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The project ‘Digital forensics for historical documents. Cracking cold cases with new technology’ is a collaboration between Huygens ING and IISH on developing new ways to analyse historical script. Techniques of digital image analysis will be used to bridge the gap between the forensic and the palaeographical method of researching handwritten text. The project runs from June 2018 – June 2021.

Two workpackages

The Digital Forensics project aims to use both the approach of forensic handwriting analysis, and palaeography. In forensic research, the goal of handwriting analysis is to establish a unique profile of an individual writer, so as to be able to tell who wrote what. In palaeography, the aim of the analysis of the shapes of handwritten text is to establish how they sit in the historical development of script development, and thus establish where and when something was written. We will attempt to create a digital tool which will combine the two. By combining and exploring digital image collections, we will develop a deep learning system, in which unique characteristics (a fingerprint) of a certain script sample will be matched with similar script samples. This method will be possible for the first time, because of the availability of large amounts of images of handwritten text from the Middle Ages and Early Modern period in a shared format: IIIF.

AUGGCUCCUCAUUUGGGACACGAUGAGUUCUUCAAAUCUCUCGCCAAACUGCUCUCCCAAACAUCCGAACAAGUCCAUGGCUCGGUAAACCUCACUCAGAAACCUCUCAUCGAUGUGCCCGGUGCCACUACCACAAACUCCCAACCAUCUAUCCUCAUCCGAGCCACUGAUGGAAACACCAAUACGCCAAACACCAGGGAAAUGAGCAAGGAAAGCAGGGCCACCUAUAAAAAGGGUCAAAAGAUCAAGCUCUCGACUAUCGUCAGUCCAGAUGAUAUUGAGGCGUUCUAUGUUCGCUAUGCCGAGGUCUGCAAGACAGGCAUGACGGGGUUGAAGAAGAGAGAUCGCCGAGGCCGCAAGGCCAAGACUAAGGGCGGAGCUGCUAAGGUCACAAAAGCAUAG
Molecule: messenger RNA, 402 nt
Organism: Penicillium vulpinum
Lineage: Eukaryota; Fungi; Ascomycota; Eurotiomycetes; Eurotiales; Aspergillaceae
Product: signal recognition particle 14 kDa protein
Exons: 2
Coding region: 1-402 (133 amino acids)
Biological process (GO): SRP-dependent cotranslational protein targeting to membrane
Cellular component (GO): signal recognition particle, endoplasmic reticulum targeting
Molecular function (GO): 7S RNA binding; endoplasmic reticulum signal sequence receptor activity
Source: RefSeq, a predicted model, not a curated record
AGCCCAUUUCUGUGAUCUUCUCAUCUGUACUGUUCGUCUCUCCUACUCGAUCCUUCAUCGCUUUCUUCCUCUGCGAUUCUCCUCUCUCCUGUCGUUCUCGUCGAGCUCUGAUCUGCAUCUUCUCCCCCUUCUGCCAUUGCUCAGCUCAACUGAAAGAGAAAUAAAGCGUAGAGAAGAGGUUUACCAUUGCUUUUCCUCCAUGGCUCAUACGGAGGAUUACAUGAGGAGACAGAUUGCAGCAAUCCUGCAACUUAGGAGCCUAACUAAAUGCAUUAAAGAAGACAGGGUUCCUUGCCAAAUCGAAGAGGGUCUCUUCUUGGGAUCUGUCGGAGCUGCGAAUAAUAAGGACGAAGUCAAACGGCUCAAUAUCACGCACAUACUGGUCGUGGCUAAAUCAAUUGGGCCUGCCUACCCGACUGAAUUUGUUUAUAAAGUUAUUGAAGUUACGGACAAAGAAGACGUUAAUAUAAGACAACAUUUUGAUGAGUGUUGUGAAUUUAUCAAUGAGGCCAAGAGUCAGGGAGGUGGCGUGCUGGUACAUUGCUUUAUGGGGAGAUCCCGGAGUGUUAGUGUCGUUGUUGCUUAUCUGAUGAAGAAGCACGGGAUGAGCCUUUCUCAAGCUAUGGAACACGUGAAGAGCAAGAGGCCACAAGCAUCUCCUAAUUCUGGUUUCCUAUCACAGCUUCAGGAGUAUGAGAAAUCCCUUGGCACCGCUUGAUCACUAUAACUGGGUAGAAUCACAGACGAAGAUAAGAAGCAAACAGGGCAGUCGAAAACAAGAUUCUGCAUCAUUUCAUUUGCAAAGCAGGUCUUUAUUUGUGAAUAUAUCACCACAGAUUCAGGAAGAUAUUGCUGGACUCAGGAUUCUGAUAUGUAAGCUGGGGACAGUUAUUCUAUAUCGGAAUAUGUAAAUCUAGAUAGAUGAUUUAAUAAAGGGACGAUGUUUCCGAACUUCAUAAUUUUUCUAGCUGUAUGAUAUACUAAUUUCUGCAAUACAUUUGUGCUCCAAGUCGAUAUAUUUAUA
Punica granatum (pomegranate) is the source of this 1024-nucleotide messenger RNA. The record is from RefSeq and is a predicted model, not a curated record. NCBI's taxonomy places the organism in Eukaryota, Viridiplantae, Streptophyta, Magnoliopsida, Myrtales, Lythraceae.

Huygens ING and IISH collaborate in this project on two work packages: at IISH, researchers will use handwritten material from the VOC administration (the Dutch East India Company), at Huygens ING, IIIF images of medieval manuscripts will be used. In the first work package the emphasis will be on writer identification, in the second on dating and localization through comparison.

Leiden University and Microsoft

In their aim to create the deep learning system, Huygens ING and IISH will be supported by external partners: software developers from Microsoft and IT specialists from the Leiden Institute of Advanced Computer Science. Leiden’s professor of manuscript culture, Erik Kwakkel, will be involved as the PhD’s promotor.


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